Thursday, February 16th, 2012

Proven: Drinking Vodka is Good for Your Creativity. Martinis All Around!

MartiniIt’s no secret I like a vodka martini. It’s my drink of choice when the Husband of Awesome™ offers to mix up a cocktail or two.

But now the word is out that drinking is actually good for your creativity.

In a study (called “Uncorking the Muse”) published in the journal Consciousness and Cognition it’s revealed that drinking a moderate amount of vodka can make you more creative.

“Moderate” in this case is just below the legal limit in the U.S. Participants were “cut off” once their blood alcohol level reached 0.075 percent.

How was creativity tested in the study?

Via a word association test.

The drinkers were given a vodka cranberry. The sober men were not. Both groups sat through a cartoon movie, waiting for the alcohol to work its way into the bloodstream of the potential creatives. After the movie, both groups were administered the test.

According to the article, “the men were presented with three words (“peach, arm, and tar,” for example) and then asked to come up with a fourth word that formed a phrase with each example (“pit”).”

The results?
On average, sober men took 15.4 seconds to come up with the correct response. The men who drank vodka, on the other hand, only needed 11.5 seconds.

You’re all invited for martinis at my house tonight! Bring your laptop.

Read the full story on line at The Week.

12 comments to Proven: Drinking Vodka is Good for Your Creativity. Martinis All Around!

  • Melinda Bennington

    Further research is indicated! And perhaps it should include the following:

  • LOL! This is great. I’m actually not surprised, if you consider that alcohol is known to lower inhibitions. Makes sense that it would also lower mental inhibitions such as self-doubt and self-criticism–oh and self-control! 🙂 I wonder why they chose to test only vodka, though. Seems like it would apply to any alcohol.

    • Hi Ally! I wasn’t surprised either, just for the reasons you suggest (but it’s nice to know it’s now a given!) 🙂 You’ve got me curious about the vodka thing. I’m going to see if I can lay my hands on the full report…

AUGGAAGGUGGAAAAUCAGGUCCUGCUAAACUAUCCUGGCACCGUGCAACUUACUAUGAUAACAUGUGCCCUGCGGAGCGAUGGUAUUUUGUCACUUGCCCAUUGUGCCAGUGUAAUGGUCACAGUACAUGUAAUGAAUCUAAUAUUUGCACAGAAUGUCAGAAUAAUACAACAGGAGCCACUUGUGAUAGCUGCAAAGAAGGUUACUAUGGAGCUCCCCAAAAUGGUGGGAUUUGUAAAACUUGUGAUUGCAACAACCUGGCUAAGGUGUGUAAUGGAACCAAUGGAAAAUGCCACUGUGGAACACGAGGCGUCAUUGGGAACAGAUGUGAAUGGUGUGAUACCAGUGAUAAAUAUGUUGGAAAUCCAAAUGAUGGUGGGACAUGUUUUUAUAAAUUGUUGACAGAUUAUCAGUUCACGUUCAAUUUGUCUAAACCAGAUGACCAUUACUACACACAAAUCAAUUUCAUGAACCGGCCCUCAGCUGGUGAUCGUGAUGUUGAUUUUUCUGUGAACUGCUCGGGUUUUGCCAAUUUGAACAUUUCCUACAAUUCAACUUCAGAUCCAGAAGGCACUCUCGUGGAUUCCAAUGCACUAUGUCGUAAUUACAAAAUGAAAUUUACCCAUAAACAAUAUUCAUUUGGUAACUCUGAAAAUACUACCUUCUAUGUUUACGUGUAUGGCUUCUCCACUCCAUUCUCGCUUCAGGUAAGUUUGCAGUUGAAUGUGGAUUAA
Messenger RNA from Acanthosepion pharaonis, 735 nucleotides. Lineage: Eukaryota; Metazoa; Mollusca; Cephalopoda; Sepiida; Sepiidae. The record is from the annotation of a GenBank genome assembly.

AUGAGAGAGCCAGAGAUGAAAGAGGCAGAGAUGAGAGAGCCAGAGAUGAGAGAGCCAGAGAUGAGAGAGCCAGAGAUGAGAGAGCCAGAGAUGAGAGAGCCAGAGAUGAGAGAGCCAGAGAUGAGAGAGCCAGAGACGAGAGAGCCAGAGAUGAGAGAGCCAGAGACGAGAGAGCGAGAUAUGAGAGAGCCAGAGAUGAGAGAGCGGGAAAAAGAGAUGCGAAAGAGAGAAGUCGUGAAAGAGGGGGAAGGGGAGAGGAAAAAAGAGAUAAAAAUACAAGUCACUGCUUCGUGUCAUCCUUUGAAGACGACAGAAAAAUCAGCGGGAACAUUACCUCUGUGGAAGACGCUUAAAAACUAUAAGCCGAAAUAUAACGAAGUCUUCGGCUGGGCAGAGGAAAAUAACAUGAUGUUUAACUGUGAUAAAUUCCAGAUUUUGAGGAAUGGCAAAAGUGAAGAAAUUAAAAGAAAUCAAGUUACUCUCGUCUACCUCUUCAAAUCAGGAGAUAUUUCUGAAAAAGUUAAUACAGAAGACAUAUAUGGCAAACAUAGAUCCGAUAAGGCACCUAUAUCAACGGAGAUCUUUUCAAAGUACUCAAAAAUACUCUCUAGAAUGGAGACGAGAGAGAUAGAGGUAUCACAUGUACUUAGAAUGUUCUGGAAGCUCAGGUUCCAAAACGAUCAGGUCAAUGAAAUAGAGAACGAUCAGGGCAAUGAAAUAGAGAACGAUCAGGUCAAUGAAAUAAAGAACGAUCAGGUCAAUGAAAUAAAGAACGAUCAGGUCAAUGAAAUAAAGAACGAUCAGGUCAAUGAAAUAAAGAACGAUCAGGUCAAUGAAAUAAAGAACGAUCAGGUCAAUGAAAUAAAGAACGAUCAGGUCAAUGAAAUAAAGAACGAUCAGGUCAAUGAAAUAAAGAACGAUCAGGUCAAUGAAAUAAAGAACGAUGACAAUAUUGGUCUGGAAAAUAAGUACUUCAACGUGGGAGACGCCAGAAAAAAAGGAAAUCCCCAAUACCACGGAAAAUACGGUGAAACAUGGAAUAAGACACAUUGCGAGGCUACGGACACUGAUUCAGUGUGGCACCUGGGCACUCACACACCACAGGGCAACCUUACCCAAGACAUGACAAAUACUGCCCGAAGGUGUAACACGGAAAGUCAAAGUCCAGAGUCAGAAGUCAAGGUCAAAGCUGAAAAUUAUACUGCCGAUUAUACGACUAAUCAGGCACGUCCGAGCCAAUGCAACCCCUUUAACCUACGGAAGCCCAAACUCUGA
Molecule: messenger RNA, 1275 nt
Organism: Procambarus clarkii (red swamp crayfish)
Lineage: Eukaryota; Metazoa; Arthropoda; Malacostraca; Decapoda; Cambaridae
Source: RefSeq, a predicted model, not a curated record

• Melinda Bennington

    Oops – first response didn’t go through! I replied:

    Great topic! I wonder about the research. For example, was the sample random, or, as it appears, gender-limited? Did vodka without cranberry have the same effect? What about olives, grapefruit juice, oj? And why was the study limited to vodka? As a writer and sailor,I might suggest that rum drinks should have been included in the study. Hemingway may have requested a Cuba Libre or Mojito, and Fitzgerald, gin.

    It’s clear to me that you’re on the right track. Further research is definitely warranted! I’m thinking women must be included. And more variety in the drinks tested. So, what grant funded this project, anyway? Any grant writers out there? 🙂

  • Interesting, though I wonder if the word-choice test really indicates creativity. That is, it’s a search that has one correct answer but is not creativity the ability to find “other” answers? The exotic, not the mundane. On the other hand, if it just dulls inhibition — makes you find the first answer that seems to work and blurt it out fast — perhaps it does help get creativity started, but still is not the truly creative response likely to be the _second_ answer (whatever it may be)?

    • Hi James! Thanks for stopping by.

      I do agree with your assessment about whether word choice indicates creativity. (I also wonder if they gave the gentlemen any kind of SAT-like aptitude test for vocabulary to make certain of a level playing field.

  • Oh no, I’m going to have to found teetotalers for gender equality in creativity studies now to combat the inherent biases of this study!!! 😛

    You know that interview question “if you couldn’t be a writer, what would you be?” I’ve found my answer – the guy who gets paid to do things like play word games with drunk people! There are people in the world who get paid to do this??? How awesome is that?! I totally bet they have a lot of funny stories they could turn into a book, too. 🙂

    • Hi Terri

      LOL! I would definitely read that book.

      Someone on one of my lists gets paid to go drinking and then rate the bar. It’s a “secret shoppers” type job out in LA. (I say, sign me up!)

  • May I say that I am not a big fan of Hemingway, but I do concur with one piece of advice attributed to him: Write drunk; edit sober. I doubt you’d need much research to infer that suppression of inhibition would ratchet up the flow of inspired output, the good and the bad. But maximum cognitive skills are needed to go back through the mess and sort the gems from the junk.

    But as for the scientific validity of this particular test, well, maybe. I wouldn’t start the party yet.

    • Hi Justine!

      I’m not a Hemingway fan either, although I’ve been known to read his stuff in a pinch. I’ve never heard his quote about writing drunk and editing sober. Makes perfect sense to me, just for the reasons you’ve stated. I might have to print that up and hang it by the computer.

      Yeah…the study leaves a lot to be desired, but it’s fun to think about. (And a good excuse for me to ask the Husband of Awesome™ to make me a martini!)

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